As the Away Team, Saving Your Closer in Extra-Innings is Stupid


This was originally posted at my blog, The Bravesologist. It is simply my opinion on the matter and does not represent the opinions of the TC staff.


The Braves won last night 6-3 over the Phillies in 11 innings. Matt Diaz and Eric Hinske put the Braves ahead for good in the top half, and Billy Wagner came in to close the game.

Wagner, the Braves best reliever, was used in a very low-intensity situation. In contrast, Jesse Chavez, the Braves worst reliever, was used in a very high-intensity situation. This is not a wise decision.

The decision to keep your closer (who most teams deem as their best reliever, another terrible decision) out of the game as the away team is a common occurrence amongst Major League teams, and an awful one, in my opinion.

The thought process is that the closer has the most experience in those situations and if the team does get the lead, he has the best chance to keep them ahead. While this is true, it completely leaves out the possibility of not getting there.

Here is my question, what is a more strenuous situation, pitching in a tie or pitching with a lead? In last night’s game, if Chavez gives up a run, the game is over. If he is pitching with the lead and gives up a run, the Braves are still winning at that point. Even if the Phillies score two, the Braves still have the lead, and if they score three the game is tied.

Of course, scoring three runs in extras is rare, but it does occasionally happen. The possibility of it happening is low, but managers seem to disregard it as a possibility completely. The more runs you add on in the top half, the easier it will be for the reliever to finish the game.

Usually, you scratch out one and head to the bottom half. So lets say the roles were reversed and in the top half of the 11th, the Braves scored just one run. Keep in mind that Wagner would have already been in the game.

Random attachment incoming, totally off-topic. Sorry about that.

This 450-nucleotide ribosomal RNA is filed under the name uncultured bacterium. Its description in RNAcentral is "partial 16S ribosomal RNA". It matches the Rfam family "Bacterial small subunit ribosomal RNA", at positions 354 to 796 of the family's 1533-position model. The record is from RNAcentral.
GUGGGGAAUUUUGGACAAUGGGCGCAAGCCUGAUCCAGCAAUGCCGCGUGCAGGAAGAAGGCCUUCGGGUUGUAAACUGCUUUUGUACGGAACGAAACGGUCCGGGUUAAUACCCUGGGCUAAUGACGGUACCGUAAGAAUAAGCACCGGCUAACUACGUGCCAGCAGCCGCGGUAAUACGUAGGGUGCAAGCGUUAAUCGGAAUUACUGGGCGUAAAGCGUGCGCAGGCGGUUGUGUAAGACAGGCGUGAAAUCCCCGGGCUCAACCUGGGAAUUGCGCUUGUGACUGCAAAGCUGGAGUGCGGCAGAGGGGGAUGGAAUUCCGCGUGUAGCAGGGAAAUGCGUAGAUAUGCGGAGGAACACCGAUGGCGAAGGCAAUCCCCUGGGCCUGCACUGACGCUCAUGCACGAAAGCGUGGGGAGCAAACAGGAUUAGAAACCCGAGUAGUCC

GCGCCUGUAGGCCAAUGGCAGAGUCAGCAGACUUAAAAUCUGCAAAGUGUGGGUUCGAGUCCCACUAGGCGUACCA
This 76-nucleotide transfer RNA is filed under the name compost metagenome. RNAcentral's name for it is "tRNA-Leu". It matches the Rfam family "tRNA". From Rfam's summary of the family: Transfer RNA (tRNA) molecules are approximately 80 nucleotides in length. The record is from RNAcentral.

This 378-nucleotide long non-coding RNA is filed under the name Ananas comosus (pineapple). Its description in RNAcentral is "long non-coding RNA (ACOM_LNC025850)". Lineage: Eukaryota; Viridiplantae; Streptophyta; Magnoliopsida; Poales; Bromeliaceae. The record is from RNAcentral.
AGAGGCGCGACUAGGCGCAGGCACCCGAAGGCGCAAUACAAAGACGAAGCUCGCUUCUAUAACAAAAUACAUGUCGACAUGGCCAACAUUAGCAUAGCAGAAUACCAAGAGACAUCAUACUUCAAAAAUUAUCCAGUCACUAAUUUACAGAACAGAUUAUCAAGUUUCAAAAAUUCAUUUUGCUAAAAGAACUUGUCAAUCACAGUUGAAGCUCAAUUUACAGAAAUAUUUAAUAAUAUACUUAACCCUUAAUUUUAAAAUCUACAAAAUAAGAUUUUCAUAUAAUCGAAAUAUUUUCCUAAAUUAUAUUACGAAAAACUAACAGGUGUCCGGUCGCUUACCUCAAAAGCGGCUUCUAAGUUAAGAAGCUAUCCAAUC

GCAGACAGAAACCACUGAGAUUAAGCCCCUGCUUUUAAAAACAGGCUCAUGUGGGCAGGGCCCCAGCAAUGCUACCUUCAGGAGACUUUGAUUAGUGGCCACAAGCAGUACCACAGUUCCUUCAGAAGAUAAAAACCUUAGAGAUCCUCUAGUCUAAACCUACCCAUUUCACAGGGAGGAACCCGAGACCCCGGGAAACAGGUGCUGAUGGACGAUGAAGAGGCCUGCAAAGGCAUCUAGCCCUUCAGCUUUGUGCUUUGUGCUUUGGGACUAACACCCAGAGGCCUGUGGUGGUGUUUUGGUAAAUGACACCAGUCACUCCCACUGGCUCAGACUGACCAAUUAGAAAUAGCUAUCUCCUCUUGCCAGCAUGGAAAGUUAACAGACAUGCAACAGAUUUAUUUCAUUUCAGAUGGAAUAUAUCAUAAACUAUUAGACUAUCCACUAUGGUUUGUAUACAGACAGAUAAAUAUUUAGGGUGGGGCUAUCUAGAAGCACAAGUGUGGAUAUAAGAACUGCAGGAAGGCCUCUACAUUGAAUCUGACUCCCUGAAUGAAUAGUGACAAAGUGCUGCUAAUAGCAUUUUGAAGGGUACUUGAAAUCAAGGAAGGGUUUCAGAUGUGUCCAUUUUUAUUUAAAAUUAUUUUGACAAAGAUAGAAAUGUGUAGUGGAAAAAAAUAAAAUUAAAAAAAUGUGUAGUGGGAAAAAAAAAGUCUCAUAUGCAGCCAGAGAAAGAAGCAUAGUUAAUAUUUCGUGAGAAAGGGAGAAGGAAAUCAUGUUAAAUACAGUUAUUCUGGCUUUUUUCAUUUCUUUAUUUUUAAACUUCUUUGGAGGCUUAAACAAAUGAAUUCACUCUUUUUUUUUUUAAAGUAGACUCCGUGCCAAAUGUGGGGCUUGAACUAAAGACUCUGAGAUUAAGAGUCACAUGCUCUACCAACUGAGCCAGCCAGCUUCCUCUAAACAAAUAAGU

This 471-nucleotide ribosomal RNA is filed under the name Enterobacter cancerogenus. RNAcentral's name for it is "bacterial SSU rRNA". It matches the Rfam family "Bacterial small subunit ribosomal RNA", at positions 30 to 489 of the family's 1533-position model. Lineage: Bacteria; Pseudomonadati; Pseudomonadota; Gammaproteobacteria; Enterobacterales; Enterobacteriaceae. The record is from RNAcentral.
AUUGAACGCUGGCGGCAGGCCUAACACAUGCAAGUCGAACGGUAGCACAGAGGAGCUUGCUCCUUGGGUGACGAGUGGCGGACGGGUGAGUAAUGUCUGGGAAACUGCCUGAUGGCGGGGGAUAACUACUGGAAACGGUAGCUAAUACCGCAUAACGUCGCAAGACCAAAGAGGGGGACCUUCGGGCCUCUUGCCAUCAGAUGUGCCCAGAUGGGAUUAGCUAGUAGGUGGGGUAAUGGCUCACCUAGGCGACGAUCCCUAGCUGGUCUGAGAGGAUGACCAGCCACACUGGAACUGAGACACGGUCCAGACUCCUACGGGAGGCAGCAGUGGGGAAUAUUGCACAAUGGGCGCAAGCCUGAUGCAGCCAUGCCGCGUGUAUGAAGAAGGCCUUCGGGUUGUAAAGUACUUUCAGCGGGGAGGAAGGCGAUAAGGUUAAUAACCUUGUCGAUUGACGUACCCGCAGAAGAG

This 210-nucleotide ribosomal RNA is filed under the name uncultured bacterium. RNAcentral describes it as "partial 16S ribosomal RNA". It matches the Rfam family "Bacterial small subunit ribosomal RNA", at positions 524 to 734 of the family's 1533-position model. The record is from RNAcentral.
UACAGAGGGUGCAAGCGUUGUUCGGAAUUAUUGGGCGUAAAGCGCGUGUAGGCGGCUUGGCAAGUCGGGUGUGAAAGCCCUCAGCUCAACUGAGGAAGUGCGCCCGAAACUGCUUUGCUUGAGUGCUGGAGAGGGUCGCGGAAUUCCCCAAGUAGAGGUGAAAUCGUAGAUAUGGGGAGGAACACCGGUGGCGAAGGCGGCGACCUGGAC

First off, the option to keep Wagner out in the final inning is still there. This won’t be the case in every one of these situations, but it does indeed happen. Secondly, the question comes up again, what is a more stressful situation, pitching with a one-run lead or in a tie ballgame? If Chavez enters and allows a base runner to score, the Braves still have the opportunity to win the game the following inning. The odds of winning the game had Chavez given up a run in a tie ball-game or with a lead are drastically different.

The notion that closing games is more stressful than pitching in tie games is one of the most common misconceptions in baseball. Obviously, there is more stress on you if you are pitching in a tie. There really isn’t a question, yet nearly every manager in baseball and most who watch it believe the opposite, without ever actually thinking about the alternative situation.

Sure, closing games may have a different feel than pitching the middle innings, but when it comes to close games, putting your best pitchers in late during tie games is the only logical option. The risk of putting a bad reliever in with a lead is much less than putting a bad reliever in during a tie, simple as that.

This FanPost does not express the views or opinions of Talking Chop.

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